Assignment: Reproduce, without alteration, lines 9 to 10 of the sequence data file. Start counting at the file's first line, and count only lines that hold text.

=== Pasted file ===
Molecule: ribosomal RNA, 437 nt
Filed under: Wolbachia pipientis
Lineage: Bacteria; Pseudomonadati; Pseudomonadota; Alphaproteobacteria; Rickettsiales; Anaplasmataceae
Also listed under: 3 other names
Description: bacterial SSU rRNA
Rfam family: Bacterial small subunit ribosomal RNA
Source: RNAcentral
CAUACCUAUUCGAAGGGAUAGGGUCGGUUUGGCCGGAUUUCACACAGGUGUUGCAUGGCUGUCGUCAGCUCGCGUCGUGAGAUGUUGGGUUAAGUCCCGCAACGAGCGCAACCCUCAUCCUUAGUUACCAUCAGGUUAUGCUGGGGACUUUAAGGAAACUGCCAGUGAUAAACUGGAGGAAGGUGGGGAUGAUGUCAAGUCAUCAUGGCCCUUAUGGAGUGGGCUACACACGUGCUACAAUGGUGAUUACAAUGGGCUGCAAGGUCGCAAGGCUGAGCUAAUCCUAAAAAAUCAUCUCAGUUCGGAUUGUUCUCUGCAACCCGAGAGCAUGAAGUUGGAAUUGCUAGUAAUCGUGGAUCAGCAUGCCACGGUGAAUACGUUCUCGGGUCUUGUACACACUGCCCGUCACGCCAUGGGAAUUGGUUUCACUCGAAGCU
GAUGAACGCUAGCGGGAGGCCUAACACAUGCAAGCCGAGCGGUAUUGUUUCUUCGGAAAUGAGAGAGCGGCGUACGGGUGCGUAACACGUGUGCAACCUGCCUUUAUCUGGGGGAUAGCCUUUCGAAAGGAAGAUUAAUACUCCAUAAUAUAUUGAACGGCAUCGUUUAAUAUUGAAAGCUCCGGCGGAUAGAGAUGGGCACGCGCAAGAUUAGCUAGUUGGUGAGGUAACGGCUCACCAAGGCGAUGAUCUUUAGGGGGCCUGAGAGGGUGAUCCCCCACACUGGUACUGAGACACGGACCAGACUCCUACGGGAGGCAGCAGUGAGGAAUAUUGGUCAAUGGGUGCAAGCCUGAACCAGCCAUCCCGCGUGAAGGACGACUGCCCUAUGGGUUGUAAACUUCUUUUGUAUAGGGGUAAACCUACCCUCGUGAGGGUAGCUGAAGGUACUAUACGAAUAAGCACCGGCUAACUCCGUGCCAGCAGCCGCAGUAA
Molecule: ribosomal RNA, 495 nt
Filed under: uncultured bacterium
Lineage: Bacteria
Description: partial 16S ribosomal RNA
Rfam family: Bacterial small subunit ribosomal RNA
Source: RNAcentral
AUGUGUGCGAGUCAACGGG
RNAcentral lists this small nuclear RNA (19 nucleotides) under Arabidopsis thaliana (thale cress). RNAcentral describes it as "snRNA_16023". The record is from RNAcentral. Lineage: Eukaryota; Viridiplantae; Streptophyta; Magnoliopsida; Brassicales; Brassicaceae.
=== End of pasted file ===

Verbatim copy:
GAUGAACGCUAGCGGGAGGCCUAACACAUGCAAGCCGAGCGGUAUUGUUUCUUCGGAAAUGAGAGAGCGGCGUACGGGUGCGUAACACGUGUGCAACCUGCCUUUAUCUGGGGGAUAGCCUUUCGAAAGGAAGAUUAAUACUCCAUAAUAUAUUGAACGGCAUCGUUUAAUAUUGAAAGCUCCGGCGGAUAGAGAUGGGCACGCGCAAGAUUAGCUAGUUGGUGAGGUAACGGCUCACCAAGGCGAUGAUCUUUAGGGGGCCUGAGAGGGUGAUCCCCCACACUGGUACUGAGACACGGACCAGACUCCUACGGGAGGCAGCAGUGAGGAAUAUUGGUCAAUGGGUGCAAGCCUGAACCAGCCAUCCCGCGUGAAGGACGACUGCCCUAUGGGUUGUAAACUUCUUUUGUAUAGGGGUAAACCUACCCUCGUGAGGGUAGCUGAAGGUACUAUACGAAUAAGCACCGGCUAACUCCGUGCCAGCAGCCGCAGUAA
Molecule: ribosomal RNA, 495 nt